The old white haired non-technical Republicans have not even remotely grasped this concept. That is why Mitt Romney and the entire GOP about had a heart attack the morning after Romney lost the election. They never saw it coming. Aside from Milo Yiannopoulos, ( firstname.lastname@example.org ) almost nobody in the GOP seems to understand the threat. Technology is not a natural state of mind for the conservative crowd. They do not worship the glowing screen like the liberals do.
Unless the GOP spends a few billion dollars to put Silicon Valley out of business, they are going to lose the 2016 elections and be sitting there on election night with the same gob-smacked faces they had the last two times Silicon Valley did it to them.
Linkedin, Twitter, Facebook, Apple, and Google are now in decline because the public has started to lose interest. The public has become wearied of the marketing. That decline will not come soon enough to affect the 2016 elections without a little help from the big GOP planners. Linkedin, Twitter, Facebook, Apple, and Google are the core financial backers and mass public perception manipulators for the Democrats. The GOP is playing catch-up but Milo, alone, is not enough to turn it around.
Trying to explain the situation to an old-school GOP strategist (who still uses an IBM Selectric typewriter) is like trying to explain a fusion reactor to an Amazon jungle tribesman. Andrew is a programmer at Google with long hair, glasses, few facial expressions and a devotion to seeing metric curves swoop up. He is part of a team of people that Google denies the existence of. They rarely all sit in the same room. You will find them spotted around the corporate buildings in among other “regular” employees but their screens are never visible to passers-by. They appear to be working on something but that something involves twisting the thoughts of billions of people. They receive their marching orders directly from Eric Schmidt’s personal staff.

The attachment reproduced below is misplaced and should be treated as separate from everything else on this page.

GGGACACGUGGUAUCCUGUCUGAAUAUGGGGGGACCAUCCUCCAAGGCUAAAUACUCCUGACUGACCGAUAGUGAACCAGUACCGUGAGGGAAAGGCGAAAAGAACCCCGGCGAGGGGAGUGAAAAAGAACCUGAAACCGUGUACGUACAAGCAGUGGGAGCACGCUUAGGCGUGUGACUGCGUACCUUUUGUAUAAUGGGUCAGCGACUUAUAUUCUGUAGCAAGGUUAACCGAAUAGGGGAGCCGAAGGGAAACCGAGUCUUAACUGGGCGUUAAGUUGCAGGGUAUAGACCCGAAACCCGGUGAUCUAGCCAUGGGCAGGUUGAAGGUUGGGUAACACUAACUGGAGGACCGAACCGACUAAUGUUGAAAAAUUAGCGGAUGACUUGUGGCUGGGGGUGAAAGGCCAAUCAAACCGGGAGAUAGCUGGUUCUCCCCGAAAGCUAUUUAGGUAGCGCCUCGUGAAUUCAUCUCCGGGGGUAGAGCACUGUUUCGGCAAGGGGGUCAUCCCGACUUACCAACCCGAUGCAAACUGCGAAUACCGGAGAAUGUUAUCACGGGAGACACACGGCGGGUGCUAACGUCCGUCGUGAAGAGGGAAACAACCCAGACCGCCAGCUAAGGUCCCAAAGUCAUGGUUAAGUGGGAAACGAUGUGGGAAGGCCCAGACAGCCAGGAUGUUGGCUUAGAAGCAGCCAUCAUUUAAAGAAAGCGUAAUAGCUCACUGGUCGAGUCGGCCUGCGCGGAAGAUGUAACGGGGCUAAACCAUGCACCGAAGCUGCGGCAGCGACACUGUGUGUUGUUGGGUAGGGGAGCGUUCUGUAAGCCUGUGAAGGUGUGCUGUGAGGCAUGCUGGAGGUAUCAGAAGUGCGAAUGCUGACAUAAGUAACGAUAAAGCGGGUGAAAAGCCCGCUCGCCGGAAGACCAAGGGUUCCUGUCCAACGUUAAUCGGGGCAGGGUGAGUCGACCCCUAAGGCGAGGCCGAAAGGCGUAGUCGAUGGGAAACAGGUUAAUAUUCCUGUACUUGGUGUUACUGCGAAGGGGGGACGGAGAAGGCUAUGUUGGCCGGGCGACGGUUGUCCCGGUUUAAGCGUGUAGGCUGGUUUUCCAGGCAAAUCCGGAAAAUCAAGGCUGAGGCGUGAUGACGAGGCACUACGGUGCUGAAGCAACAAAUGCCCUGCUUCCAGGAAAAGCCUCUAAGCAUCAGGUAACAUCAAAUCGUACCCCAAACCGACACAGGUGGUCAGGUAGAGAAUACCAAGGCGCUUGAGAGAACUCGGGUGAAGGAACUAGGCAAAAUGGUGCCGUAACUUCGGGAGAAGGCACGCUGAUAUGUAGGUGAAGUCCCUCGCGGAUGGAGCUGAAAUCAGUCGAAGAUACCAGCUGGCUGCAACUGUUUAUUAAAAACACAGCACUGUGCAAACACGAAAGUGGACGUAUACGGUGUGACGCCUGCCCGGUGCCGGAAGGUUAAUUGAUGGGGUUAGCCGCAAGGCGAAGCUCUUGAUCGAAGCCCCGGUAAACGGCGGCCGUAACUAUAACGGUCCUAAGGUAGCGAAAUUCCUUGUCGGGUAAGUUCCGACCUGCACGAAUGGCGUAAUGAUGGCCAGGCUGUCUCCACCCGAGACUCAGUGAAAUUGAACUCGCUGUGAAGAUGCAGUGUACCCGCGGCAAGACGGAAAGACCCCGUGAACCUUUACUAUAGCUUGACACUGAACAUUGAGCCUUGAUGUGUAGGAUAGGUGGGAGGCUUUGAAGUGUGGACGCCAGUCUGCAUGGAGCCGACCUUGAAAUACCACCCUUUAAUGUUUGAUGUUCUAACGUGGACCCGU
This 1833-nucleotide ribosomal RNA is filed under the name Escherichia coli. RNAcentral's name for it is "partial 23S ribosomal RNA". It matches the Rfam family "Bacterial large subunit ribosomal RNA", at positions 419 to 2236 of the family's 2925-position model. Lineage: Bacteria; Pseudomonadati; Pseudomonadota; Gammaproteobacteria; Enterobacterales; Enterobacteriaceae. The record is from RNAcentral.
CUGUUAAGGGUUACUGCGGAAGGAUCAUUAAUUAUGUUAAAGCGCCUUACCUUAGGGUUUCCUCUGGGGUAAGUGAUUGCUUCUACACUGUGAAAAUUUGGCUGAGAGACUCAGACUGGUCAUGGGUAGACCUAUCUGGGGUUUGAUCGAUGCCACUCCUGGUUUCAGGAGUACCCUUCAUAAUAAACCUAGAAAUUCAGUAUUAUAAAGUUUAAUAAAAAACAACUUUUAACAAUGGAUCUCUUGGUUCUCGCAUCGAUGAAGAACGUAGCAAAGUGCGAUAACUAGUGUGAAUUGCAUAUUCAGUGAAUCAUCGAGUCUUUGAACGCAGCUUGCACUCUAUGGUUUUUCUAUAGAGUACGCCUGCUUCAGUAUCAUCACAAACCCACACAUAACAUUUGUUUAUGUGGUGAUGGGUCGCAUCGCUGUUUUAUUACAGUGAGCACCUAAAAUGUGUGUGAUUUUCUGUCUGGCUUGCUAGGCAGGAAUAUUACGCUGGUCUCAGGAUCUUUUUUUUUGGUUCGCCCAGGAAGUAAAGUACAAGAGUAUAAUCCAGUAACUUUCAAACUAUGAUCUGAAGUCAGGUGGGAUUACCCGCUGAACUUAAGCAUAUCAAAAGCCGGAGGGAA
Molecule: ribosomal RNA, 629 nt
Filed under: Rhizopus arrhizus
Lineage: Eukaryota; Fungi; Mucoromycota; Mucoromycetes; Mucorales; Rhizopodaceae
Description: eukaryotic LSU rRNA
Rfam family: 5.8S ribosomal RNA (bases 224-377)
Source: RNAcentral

Today Andrew is programming “PR8” codes into a list of links which were provided by Debbie Wasserman Shultz strategic advisor at the Democratic National Committee. “PR8” codes are hidden in the search engine results but they affect what you believe, or what you think you believe.
The links that Andrew was given were for pre-staged articles which have been dotted around the web. These articles were carefully authored by the brethren of Sid Blumanthal, the DNC hit-man extraordinaire’. Each of the articles repeats a phrase that subtly implies that DNC arch-enemy: Donald Trump is not quite sane. The “PR8” code lists the story as a “fact” rather than an “opinion” and causes a waterfall of other viewer manipulation effects to line up around this on the internet.